The slide presents an overview of various pre-existing medical conditions that are associated with AD.
There is a good body of evidence to support an association between traumatic brain injury (TBI), diabetes, and depression with an increased risk of dementia.[Jiang et al., 2013] The pathogenesis of depression and AD, putatively, involve common molecular mechanisms, such as chronic inflammation, and hyperactivation of the hypothalamic–pituitary–adrenal axis.[Jiang et al., 2013]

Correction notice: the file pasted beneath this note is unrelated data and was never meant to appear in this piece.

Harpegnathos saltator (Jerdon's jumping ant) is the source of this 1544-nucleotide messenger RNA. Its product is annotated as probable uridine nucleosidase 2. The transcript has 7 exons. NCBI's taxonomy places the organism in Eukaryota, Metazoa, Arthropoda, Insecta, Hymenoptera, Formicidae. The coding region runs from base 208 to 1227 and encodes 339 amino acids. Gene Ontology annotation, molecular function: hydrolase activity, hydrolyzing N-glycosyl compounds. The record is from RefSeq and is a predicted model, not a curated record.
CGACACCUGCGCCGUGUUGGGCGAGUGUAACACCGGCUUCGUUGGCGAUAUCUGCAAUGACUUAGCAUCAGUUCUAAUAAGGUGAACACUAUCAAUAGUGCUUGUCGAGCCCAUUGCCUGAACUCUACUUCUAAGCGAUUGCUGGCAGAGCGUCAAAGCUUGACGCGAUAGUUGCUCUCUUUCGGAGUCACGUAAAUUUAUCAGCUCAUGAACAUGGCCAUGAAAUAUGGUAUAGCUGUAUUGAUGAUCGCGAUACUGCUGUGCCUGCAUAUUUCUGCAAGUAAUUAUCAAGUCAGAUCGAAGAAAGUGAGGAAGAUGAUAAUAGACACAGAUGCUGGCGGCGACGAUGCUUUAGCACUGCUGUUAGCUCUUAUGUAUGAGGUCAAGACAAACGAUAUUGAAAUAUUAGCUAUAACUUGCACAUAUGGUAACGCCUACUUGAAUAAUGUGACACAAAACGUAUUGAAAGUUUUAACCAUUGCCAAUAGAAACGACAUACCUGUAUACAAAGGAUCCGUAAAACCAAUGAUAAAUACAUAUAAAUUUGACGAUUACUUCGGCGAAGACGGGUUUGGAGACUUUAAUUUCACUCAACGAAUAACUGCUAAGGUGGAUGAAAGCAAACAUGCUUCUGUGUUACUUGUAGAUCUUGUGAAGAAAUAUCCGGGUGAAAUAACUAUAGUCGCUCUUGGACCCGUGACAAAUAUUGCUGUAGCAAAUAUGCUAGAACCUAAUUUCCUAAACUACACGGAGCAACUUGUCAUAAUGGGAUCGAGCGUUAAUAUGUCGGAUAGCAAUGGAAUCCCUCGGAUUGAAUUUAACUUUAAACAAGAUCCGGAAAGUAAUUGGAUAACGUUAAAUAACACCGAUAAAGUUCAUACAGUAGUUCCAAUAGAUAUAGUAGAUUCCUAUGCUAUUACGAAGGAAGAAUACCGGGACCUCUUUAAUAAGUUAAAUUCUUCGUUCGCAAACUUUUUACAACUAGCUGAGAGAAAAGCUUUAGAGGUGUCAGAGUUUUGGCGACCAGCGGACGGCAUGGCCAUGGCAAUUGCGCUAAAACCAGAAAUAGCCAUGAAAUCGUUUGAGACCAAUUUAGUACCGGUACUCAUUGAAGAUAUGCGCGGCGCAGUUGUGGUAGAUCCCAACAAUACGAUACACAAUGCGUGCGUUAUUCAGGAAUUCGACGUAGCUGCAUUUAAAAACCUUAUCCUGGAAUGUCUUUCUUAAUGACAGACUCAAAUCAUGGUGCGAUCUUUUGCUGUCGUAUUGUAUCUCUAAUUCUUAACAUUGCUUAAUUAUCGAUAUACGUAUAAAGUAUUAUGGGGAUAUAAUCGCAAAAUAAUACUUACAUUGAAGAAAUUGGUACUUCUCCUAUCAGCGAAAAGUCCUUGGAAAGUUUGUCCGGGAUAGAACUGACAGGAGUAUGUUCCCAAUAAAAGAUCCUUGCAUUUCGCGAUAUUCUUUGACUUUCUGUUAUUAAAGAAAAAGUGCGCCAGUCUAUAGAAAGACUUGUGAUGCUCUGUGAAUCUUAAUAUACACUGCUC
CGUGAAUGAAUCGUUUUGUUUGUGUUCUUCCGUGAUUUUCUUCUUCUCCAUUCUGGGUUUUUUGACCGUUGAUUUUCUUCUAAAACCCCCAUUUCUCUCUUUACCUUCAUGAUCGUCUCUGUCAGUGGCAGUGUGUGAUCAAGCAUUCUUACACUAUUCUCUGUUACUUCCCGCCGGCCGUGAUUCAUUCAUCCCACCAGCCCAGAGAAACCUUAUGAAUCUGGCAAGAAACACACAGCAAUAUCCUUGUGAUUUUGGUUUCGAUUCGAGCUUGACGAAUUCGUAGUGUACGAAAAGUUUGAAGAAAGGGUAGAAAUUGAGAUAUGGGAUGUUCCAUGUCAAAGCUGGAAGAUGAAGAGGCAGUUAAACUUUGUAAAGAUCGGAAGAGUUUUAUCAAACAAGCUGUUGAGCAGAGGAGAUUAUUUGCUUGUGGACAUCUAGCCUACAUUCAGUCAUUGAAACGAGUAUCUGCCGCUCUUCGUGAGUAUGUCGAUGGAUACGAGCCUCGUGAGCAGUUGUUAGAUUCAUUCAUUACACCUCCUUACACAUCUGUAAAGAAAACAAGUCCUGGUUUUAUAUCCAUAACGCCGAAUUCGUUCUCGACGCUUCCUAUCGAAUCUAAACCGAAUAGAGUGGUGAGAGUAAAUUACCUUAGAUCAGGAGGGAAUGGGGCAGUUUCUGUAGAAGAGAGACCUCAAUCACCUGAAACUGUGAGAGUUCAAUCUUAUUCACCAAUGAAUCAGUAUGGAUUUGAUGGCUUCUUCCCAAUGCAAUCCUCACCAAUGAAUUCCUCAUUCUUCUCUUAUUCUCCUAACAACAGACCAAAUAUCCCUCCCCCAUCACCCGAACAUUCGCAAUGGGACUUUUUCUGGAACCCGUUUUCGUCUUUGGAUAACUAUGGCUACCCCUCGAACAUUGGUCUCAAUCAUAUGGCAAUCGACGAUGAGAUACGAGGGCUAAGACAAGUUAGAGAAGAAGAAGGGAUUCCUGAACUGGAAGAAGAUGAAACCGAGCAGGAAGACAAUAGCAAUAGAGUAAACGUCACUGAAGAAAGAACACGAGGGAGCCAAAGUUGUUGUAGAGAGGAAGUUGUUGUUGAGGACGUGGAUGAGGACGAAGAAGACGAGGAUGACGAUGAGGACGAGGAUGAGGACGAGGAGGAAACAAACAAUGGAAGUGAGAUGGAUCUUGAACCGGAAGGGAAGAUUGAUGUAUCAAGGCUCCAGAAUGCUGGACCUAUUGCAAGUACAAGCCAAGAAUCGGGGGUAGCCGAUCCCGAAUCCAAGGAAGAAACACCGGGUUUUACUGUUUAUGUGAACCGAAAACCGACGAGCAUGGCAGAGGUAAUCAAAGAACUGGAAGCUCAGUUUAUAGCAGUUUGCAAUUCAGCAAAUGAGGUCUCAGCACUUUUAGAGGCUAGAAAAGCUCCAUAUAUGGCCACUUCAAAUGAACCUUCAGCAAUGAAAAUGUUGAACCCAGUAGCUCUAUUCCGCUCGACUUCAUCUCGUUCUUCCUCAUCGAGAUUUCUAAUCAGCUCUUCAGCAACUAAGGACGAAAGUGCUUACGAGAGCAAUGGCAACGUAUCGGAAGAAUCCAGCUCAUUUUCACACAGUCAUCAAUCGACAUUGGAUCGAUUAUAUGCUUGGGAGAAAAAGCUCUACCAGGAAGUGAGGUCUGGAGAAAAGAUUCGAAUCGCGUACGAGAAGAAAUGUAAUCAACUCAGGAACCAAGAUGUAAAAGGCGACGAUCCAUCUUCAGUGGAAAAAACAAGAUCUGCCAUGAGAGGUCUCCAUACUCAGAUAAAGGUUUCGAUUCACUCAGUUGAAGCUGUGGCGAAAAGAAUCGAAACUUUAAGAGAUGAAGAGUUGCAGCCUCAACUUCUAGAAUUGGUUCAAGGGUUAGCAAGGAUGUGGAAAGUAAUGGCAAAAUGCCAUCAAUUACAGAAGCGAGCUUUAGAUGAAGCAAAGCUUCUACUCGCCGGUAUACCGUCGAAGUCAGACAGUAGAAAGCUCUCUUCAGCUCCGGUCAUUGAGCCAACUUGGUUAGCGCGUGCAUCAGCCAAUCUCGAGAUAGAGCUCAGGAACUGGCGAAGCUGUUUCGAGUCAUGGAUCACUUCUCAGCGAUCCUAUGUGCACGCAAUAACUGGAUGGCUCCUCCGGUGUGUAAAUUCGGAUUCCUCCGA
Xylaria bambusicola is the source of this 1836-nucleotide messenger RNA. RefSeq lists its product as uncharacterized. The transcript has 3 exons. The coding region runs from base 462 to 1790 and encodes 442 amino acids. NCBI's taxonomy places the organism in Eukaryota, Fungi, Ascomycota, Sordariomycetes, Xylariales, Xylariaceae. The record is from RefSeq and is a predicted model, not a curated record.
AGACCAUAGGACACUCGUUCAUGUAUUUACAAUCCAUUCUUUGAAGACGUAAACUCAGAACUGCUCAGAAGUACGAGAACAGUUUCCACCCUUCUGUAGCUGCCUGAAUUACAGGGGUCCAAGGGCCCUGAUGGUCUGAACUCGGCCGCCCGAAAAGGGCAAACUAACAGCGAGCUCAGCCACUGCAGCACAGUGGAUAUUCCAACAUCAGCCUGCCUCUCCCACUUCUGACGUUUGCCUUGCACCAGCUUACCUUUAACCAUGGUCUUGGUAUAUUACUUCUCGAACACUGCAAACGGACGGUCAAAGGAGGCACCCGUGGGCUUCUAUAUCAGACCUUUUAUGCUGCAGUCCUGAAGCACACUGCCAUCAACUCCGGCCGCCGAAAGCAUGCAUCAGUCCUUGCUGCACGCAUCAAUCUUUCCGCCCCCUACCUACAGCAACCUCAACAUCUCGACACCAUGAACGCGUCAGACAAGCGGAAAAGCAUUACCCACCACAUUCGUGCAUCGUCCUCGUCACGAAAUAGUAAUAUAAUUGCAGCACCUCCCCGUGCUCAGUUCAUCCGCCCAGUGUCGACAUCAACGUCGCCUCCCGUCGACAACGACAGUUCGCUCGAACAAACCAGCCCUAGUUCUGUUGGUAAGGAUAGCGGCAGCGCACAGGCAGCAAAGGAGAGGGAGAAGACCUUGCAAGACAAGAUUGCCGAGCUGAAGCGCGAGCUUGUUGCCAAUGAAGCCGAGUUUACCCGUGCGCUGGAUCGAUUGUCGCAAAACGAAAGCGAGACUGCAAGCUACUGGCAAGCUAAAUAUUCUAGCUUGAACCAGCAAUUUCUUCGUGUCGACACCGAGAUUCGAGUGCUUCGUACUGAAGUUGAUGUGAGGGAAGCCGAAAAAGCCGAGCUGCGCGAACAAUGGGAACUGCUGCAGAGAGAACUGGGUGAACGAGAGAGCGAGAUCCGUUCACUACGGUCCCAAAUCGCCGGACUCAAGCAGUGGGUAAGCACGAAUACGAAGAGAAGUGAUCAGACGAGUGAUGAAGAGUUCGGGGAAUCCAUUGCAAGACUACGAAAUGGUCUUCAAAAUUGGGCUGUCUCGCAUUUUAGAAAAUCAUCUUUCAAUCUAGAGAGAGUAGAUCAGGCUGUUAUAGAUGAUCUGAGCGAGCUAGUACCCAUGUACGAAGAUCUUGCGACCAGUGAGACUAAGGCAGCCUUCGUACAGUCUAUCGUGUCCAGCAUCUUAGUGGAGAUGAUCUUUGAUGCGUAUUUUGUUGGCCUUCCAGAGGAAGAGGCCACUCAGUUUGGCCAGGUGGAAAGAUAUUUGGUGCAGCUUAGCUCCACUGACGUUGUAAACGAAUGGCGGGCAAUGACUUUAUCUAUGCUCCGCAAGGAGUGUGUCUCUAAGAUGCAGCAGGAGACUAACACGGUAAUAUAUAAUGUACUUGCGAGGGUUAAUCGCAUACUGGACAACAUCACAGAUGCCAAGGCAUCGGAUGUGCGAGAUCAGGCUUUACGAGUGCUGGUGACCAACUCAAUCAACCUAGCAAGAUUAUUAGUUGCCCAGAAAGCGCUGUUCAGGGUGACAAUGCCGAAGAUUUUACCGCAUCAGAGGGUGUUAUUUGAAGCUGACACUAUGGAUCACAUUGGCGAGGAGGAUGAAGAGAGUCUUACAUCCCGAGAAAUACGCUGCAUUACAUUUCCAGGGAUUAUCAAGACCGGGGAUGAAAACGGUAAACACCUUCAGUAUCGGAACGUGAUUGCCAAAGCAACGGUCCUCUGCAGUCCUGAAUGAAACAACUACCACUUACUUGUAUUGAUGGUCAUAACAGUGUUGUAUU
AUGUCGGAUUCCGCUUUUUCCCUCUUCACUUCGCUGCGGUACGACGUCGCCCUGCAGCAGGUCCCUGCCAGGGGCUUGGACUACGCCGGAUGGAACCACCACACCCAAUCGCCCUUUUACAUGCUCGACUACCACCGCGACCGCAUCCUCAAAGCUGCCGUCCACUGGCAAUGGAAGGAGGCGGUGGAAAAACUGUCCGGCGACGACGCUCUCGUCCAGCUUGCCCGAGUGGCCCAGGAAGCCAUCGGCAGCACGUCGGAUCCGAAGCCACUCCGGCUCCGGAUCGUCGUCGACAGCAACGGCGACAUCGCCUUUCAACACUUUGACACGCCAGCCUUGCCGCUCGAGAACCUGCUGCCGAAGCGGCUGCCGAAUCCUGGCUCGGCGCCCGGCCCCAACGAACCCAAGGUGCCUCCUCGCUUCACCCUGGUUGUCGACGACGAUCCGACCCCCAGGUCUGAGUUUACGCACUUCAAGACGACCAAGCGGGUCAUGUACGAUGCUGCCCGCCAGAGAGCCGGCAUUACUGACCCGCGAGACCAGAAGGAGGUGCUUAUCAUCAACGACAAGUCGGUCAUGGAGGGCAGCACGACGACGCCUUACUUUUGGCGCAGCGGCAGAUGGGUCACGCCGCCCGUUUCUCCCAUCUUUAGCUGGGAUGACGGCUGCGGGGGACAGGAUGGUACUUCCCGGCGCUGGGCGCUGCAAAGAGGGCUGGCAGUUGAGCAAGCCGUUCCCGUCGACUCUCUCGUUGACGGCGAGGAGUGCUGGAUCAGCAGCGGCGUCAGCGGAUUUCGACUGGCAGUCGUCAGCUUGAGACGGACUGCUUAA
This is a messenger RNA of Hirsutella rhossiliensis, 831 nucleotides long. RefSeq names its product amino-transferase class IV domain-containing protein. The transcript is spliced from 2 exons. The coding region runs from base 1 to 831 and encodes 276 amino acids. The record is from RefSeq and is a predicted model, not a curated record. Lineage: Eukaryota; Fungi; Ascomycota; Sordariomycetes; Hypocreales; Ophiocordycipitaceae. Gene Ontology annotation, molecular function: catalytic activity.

Cerebrovascular events (e.g., stroke, cerebral embolism, microinfarct, white matter intensities) are associated with cognitive impairment and/or an increased risk of dementia, potentially caused by direct damage to the brain regions involved in cognitive function, increased amyloid β (Aβ) deposition (by promoting production and disrupting clearance mechanisms), or an enhanced inflammatory response.[Jiang et al., 2013] In contrast, cancer appears to have an inverse relationship with the development of AD, as studies have shown a decreased risk of AD in patients surviving cancer.[Jiang et al., 2013] This may be due to the common (often reciprocal) molecular mechanisms involved in cancer and in the development of AD (e.g., factors which regulate apoptosis, and the cell cycle).[Jiang et al., 2013]